Does anyone know where to get the raw numbers from which these values were computed. The distribution of the numbers is just as important as the standard deviation and mean and I need the raw data to make any decisions about the distribution.
Thanks for the ping.
Having gone back, I see what you’re saying.
The value of “38 months” was based on the quote I cited that said that 33 +- 5 was “average” (please not that I used “If” in that post on at least one occasion). So “38” was only meant to indicate the long side of 33 +- 5 and not “38 +- 5”.
So at the time of posting (6 months ago), we were, as you say, beyond 3 standard deviations. Now we would be around 55 months instead of 49 (beyond 4 SD).
Post #400 briefly picked up on something along these lines: how the variation in the length in solar cycles correlates to warming and cooling.
I’ve looked a bit at the link AFPhys had provided (and which I reposted in #400) in hopes of finding clarification on solar cycle length; but, it suffers a bit from poor form ... as most people are really benefited if writers use more description as well as employ the old “tell them what you’re going to tell them, tell them, tell them what you just told them” routine. Still, some data is there (in that link) as well as pointers to where more raw data should be.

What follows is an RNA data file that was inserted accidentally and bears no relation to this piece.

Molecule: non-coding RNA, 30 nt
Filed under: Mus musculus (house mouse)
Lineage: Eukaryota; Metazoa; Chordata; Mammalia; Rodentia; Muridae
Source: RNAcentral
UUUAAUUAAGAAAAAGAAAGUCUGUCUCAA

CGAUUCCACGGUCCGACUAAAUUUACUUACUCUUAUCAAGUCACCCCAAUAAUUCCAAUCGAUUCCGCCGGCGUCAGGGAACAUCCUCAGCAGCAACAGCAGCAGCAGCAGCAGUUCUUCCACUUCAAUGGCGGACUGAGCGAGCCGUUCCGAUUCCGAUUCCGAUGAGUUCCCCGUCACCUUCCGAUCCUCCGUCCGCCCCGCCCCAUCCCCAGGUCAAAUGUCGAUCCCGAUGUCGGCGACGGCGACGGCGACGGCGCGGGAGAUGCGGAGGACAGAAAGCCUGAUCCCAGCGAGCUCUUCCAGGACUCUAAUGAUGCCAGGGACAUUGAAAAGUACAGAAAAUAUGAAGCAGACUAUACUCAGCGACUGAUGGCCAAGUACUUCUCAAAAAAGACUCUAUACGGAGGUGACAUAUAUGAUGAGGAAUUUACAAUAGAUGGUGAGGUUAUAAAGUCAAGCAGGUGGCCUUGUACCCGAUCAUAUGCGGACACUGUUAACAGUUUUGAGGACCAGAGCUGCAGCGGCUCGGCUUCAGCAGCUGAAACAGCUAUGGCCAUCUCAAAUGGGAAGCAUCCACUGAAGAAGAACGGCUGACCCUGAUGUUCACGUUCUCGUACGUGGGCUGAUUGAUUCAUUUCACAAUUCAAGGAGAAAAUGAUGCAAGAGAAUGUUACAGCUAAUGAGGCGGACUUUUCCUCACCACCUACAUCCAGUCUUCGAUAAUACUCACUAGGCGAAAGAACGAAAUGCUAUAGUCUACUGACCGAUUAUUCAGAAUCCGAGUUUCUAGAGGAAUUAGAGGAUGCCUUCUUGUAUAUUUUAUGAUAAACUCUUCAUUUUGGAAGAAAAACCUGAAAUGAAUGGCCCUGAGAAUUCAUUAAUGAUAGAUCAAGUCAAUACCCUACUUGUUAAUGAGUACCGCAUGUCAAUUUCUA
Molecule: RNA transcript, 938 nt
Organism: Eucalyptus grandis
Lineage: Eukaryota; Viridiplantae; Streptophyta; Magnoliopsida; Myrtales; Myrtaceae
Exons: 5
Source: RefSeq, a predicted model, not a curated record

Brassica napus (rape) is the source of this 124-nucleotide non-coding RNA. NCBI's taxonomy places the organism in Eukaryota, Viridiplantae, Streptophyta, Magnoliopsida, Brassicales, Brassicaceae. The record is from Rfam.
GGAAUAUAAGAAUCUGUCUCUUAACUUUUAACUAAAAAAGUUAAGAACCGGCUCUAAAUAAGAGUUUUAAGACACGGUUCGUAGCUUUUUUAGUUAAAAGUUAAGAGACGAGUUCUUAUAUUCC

Thanks. I’ll nose around a bit and see if I can come up with the data series. If that fails, I have a friend in CA who is a solar physicist. I’ll bet she knows where to find it.
Have you heard of the Mexican scientist who has been suggesting that global cooling (even NASA has been predicting SC25 as the start of a Dalton minimum type era, others SC24 ... there’s a link to that back in post #120) may yield an 8 decade long mini-ice age?
I’m still not revising my investment portfolio to prefer canned beans and shotgun shells though.
FR automatically makes the links as long as you have no html tags in your text; otherwise you have to resort to the href stuff.